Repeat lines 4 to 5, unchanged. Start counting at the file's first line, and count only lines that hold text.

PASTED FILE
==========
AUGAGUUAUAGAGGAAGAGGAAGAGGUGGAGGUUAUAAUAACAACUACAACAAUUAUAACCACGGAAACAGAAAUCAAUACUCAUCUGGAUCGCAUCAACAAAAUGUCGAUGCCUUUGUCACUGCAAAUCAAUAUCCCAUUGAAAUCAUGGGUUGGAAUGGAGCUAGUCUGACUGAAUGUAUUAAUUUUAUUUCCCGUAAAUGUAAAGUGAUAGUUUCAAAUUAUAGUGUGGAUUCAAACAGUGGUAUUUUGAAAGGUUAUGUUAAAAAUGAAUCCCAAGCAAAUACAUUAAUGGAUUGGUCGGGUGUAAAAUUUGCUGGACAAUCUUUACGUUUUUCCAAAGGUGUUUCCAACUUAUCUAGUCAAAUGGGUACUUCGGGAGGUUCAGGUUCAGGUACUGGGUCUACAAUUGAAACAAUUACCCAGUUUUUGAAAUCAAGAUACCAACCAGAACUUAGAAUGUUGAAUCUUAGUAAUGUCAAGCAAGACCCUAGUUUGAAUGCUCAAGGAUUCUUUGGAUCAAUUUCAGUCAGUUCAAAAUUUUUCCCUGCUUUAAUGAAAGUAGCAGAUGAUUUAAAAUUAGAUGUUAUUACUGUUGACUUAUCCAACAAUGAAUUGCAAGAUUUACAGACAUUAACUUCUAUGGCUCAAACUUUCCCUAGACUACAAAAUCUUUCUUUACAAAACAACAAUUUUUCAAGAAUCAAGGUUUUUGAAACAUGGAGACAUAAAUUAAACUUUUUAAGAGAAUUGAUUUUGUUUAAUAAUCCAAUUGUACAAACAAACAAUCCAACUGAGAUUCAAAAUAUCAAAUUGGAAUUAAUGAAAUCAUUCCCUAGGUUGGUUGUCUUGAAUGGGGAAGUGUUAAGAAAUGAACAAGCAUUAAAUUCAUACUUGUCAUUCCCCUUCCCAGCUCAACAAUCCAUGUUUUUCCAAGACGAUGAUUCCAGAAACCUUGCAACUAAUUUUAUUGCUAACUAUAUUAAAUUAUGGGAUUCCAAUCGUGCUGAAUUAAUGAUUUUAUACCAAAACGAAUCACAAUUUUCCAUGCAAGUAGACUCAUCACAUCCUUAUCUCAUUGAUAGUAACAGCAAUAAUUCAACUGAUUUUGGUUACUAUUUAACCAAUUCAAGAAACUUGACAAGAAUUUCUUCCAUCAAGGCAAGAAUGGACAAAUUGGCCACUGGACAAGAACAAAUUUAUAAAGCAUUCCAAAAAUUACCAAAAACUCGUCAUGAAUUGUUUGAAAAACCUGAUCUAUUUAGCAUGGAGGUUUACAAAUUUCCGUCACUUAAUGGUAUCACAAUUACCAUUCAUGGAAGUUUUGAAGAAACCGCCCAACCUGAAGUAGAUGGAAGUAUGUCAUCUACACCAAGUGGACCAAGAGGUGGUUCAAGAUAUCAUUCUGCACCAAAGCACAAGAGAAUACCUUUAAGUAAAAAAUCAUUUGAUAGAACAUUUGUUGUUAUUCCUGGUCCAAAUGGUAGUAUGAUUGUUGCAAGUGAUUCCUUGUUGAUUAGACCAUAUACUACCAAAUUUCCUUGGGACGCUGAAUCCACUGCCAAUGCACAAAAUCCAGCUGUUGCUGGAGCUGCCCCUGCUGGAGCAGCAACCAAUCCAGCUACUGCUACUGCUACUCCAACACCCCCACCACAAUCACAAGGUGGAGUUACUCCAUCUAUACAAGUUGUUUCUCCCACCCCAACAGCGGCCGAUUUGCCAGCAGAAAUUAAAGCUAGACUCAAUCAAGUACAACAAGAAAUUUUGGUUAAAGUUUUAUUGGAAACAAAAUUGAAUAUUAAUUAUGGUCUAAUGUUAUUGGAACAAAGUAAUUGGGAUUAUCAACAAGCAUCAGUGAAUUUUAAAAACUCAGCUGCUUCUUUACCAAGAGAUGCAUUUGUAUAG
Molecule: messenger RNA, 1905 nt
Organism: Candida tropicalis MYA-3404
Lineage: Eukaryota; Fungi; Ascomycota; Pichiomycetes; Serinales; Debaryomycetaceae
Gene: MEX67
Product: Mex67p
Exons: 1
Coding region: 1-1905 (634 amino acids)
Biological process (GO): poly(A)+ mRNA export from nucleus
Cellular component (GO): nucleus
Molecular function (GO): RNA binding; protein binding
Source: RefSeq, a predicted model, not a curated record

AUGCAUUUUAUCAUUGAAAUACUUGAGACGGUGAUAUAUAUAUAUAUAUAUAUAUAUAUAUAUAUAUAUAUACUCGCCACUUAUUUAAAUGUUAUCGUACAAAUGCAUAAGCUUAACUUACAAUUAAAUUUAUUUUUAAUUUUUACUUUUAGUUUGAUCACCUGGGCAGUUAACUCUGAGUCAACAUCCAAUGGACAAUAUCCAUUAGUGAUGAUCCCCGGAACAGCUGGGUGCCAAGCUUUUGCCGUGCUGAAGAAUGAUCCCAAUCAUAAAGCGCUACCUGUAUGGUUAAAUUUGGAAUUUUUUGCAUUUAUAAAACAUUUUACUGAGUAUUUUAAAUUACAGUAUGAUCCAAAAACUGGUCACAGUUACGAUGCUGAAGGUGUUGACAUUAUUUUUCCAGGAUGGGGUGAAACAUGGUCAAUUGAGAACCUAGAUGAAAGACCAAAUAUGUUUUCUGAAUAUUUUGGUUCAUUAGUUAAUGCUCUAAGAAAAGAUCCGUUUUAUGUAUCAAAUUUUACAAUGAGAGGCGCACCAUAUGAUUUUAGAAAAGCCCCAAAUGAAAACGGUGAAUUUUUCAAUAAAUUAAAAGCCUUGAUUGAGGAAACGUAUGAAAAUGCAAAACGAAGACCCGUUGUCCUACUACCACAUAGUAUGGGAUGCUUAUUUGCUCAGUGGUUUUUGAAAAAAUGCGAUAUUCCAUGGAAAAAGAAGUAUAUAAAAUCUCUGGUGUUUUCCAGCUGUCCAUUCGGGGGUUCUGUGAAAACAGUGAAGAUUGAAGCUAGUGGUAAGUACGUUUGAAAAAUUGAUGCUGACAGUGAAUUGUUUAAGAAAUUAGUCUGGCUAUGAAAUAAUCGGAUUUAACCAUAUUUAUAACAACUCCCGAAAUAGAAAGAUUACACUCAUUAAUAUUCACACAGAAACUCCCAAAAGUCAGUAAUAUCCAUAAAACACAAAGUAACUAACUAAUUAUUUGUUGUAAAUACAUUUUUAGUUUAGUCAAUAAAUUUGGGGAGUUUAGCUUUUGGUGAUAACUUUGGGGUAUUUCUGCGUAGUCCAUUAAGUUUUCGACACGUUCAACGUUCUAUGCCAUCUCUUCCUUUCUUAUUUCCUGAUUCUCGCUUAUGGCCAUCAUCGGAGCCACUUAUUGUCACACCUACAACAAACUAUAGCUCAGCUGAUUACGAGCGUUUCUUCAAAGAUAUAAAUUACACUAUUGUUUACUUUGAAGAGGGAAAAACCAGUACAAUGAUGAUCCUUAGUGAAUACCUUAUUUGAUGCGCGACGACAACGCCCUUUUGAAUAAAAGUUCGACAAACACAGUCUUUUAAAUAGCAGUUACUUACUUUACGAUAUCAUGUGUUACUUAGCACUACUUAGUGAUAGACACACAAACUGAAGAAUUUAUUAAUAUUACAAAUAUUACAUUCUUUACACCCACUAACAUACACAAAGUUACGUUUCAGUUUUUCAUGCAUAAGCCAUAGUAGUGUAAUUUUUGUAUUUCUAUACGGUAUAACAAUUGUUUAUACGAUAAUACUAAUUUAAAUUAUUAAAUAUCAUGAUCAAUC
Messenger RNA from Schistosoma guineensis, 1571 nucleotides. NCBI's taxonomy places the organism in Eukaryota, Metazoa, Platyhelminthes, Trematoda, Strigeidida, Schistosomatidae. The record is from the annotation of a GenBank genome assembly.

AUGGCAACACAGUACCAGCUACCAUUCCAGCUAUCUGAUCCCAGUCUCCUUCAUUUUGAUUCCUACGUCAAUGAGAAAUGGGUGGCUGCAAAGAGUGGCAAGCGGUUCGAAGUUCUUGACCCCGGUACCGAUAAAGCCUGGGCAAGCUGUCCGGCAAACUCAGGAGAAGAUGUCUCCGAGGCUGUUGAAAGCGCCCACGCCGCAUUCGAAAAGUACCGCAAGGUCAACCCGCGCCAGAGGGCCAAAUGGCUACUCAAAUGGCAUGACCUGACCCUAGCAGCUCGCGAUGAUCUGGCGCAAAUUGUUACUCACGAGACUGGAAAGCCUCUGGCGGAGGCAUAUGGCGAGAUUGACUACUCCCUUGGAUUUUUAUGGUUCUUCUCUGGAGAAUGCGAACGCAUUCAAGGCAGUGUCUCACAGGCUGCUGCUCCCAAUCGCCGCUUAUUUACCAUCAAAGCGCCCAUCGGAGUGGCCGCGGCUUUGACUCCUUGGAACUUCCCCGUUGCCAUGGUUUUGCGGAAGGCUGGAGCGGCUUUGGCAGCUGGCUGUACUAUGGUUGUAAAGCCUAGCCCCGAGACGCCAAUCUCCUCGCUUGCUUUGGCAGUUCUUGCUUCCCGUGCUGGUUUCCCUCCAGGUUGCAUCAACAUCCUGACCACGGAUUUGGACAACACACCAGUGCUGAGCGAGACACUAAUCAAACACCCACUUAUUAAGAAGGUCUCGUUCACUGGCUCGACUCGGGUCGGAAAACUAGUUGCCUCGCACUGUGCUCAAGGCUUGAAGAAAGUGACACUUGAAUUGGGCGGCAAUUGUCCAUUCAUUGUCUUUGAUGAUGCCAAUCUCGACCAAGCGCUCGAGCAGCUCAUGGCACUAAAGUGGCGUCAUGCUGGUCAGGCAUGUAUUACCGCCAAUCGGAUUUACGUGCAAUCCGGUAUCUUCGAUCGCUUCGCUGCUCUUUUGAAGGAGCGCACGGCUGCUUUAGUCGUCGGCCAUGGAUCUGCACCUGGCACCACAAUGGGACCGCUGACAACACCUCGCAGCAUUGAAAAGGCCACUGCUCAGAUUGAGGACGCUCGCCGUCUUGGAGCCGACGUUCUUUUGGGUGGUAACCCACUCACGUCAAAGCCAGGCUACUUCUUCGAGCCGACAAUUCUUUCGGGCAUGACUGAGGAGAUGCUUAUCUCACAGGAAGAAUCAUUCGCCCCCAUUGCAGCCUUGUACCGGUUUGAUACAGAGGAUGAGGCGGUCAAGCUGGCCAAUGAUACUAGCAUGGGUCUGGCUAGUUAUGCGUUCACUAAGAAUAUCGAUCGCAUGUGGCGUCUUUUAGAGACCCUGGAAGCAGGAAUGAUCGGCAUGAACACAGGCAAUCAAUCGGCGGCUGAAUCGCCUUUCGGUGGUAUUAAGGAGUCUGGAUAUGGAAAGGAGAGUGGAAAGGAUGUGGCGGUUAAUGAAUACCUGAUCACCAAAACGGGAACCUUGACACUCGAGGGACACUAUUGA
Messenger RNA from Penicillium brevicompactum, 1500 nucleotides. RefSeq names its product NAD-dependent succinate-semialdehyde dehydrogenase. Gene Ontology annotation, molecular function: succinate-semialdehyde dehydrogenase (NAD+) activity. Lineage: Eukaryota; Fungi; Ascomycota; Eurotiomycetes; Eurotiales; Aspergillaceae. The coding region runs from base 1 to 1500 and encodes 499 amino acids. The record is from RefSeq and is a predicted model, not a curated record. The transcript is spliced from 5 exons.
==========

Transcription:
Lineage: Eukaryota; Fungi; Ascomycota; Pichiomycetes; Serinales; Debaryomycetaceae
Gene: MEX67